Slow English

Podcasts about Australia for intermediate learners of English

Postcast 15 – Rubbish – It’s Not All Rubbish

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Learn English while learning about daily life in Australia, with Rob McCormack

Podcast Number 15 – Rubbish – It’s Not All Rubbish

Hi,

One of the regular jobs in our house is to take out the rubbish. It’s amazing how much rubbish we create each week. Every time I look at our kitchen rubbish bin, it seems to be full. In Australia, we help control our rubbish by recycling. Recycling means that certain types of rubbish are collected separately and then turned back into something useful. This helps keep our environment cleaner.

Each household in our part of Melbourne has 3 rubbish bins. We need to sort our rubbish and put it into one of these three bins. I keep our three bins out near the clothes line, behind the garage.

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The first bin we have is black in colour and is for real rubbish. By real rubbish, I mean that it will be thrown away and can really be called rubbish. In this bin we put things such as food scraps, food wrappings, broken glass, plastic bags, old or broken cups and plates, old light globes, used tissues, plastic cling wrap, jar lids, tea bags, coffee grounds, polystyrene foam (for example take away cups and meat trays), anything sharp and anything else about which you are not sure. The rubbish from this bin is taken away to be buried in landfill.

The second bin we have is brown in colour. Into that bin goes any garden waste. We have a garden at our house, but I don’t like gardening very much. Therefore I don’t use the garden waste bin a lot. I’m afraid our garden is not as good looking as it could be. However, my wife enjoys gardening so she will often work in the garden and then put the garden waste into the brown bin. Garden waste includes such things as grass clippings, small branches and leaves. All of the garden waste which is collected is sent to a garden waste recycling centre, where it is made into mulch. Mulch is put onto gardens to keep the moisture in the soil and to stop weeds from growing. There is one of these garden waste recycling centres near my home. I walk past it each morning on my regular walk.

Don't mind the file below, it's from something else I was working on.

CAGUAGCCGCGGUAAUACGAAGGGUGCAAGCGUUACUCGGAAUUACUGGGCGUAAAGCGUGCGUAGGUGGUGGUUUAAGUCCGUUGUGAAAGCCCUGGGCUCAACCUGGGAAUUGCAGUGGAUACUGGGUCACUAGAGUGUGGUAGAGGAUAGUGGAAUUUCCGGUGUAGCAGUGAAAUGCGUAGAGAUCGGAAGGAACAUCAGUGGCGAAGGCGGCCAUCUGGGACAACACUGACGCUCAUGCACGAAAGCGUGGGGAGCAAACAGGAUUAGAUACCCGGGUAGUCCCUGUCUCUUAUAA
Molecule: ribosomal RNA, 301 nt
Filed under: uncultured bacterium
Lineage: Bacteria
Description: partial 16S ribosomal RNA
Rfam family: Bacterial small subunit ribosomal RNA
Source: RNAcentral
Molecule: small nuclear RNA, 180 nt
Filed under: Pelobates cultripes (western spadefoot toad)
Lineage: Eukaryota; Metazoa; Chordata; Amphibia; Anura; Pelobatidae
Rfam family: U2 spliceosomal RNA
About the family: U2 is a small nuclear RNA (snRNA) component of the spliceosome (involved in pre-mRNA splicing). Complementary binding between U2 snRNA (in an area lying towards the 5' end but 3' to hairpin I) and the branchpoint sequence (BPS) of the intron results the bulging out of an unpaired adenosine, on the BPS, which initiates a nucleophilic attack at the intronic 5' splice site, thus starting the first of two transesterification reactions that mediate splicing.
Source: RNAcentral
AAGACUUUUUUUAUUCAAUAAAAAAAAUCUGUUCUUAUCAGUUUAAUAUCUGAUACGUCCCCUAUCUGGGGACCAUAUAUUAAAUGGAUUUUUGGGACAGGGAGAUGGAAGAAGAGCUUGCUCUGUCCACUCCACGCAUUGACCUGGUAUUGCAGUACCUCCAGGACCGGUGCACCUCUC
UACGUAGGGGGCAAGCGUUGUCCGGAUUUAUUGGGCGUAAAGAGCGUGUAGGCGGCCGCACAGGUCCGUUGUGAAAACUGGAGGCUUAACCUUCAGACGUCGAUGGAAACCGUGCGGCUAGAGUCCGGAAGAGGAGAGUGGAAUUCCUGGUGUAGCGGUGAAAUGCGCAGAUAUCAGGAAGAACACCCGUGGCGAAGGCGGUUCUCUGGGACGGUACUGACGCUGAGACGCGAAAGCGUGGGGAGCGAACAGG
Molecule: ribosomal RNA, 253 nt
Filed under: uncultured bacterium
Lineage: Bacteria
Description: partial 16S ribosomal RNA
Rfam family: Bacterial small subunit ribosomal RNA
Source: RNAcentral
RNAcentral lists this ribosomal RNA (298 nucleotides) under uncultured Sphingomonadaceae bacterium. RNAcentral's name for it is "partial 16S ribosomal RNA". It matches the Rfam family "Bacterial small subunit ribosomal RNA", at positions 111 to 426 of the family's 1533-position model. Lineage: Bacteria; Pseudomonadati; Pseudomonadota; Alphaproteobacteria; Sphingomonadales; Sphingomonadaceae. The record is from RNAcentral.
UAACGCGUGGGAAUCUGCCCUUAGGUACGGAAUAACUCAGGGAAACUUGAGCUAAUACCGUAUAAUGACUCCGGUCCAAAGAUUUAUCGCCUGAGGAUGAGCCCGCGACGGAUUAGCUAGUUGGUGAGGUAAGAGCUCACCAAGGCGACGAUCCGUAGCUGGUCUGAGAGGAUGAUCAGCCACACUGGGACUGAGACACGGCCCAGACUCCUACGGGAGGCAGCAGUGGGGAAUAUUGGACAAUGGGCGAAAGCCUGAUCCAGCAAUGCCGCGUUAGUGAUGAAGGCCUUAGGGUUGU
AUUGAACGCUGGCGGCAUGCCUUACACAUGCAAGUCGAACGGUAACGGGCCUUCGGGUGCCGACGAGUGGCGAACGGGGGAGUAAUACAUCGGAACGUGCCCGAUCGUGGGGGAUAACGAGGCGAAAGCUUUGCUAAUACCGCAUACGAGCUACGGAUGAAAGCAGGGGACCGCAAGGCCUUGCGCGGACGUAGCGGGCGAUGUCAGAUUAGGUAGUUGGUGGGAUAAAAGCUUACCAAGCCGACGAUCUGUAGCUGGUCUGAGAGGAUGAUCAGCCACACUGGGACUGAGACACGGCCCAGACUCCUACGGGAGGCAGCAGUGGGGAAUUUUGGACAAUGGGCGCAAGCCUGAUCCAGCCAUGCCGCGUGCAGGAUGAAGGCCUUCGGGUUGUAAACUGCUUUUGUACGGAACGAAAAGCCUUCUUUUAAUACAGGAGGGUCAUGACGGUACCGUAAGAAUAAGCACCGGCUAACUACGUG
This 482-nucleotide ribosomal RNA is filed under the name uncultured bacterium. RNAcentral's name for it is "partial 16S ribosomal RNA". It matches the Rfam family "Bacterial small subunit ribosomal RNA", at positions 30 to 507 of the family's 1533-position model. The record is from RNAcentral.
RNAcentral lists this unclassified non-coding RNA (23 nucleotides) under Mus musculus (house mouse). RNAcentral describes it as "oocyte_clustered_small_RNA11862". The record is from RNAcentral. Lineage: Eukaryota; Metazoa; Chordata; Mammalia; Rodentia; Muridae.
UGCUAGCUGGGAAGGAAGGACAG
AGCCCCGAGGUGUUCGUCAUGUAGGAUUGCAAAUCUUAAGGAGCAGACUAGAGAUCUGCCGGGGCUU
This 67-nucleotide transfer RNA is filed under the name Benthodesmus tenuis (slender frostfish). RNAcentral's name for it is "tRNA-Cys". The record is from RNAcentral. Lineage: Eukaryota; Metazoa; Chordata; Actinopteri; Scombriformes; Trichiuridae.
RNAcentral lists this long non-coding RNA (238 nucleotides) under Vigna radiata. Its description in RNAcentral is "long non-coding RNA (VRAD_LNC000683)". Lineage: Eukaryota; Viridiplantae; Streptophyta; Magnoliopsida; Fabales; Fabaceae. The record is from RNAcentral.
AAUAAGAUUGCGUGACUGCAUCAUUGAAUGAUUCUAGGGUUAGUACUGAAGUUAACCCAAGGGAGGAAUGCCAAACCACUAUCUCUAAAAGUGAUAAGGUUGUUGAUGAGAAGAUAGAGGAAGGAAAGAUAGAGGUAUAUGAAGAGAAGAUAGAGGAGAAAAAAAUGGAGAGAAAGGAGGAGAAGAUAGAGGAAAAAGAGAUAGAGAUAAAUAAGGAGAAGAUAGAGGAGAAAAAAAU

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The third bin we have is green in colour. This bin is used for recyclables and is the most interesting one. So what goes into this bin? Well, it is for those things which can be turned into something useful, that is, recycled. Our local council has given us a list of what can, and can’t, go into this bin. Things which can go in are:

  1. Glass bottles and jars – these are sorted and then used to make new glass bottles.
  2. Plastic drink bottles – these are made from plastic which can be recycled. They have a small triangle on their base, with a number in the middle of the triangle. For example, a plastic milk bottle has, on its base, a triangle with a 1 in the middle. Any plastic bottle with a 1, or indeed a 2,3,4,5,6 or 7 in the triangle can be recycled. This type of plastic is turned into resin which is used to make new rubbish bins and also other plastic products.
  3. Milk and fruit juice cartons – these are recycled into paper for use in printers and for writing.
  4. Aluminium cans – these are recycled to make more aluminium cans. Did you know that making a recycled aluminium can uses 20 times less energy than making a new aluminium can.
  5. Steel and aerosol cans – these are recycled to make new cans, train tracks and other steel products.
  6. Old newspapers, magazines and advertising material – these are recycled to make paper for newspapers, cardboard packaging, insulation and building products.
  7. Cardboard boxes – these are recycled to make new packaging.

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For our house, about 40% of our rubbish goes into the recycle bin. It’s great that these materials are not wasted and can be used again and again. It means that less rubbish is buried in landfill and that’s good for the environment.

Our rubbish is collected once a week on a Friday. We must put our bins out on the edge of the street, so that the rubbish truck, the garden waste truck or the recycling truck can pick it up.

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The black bin is collected every week, while the other two bins are collected every 2 weeks. I am happy to say, that since 1998 when we moved into this house, we have never forgotten to put our bins out for pick up. Not bad eh?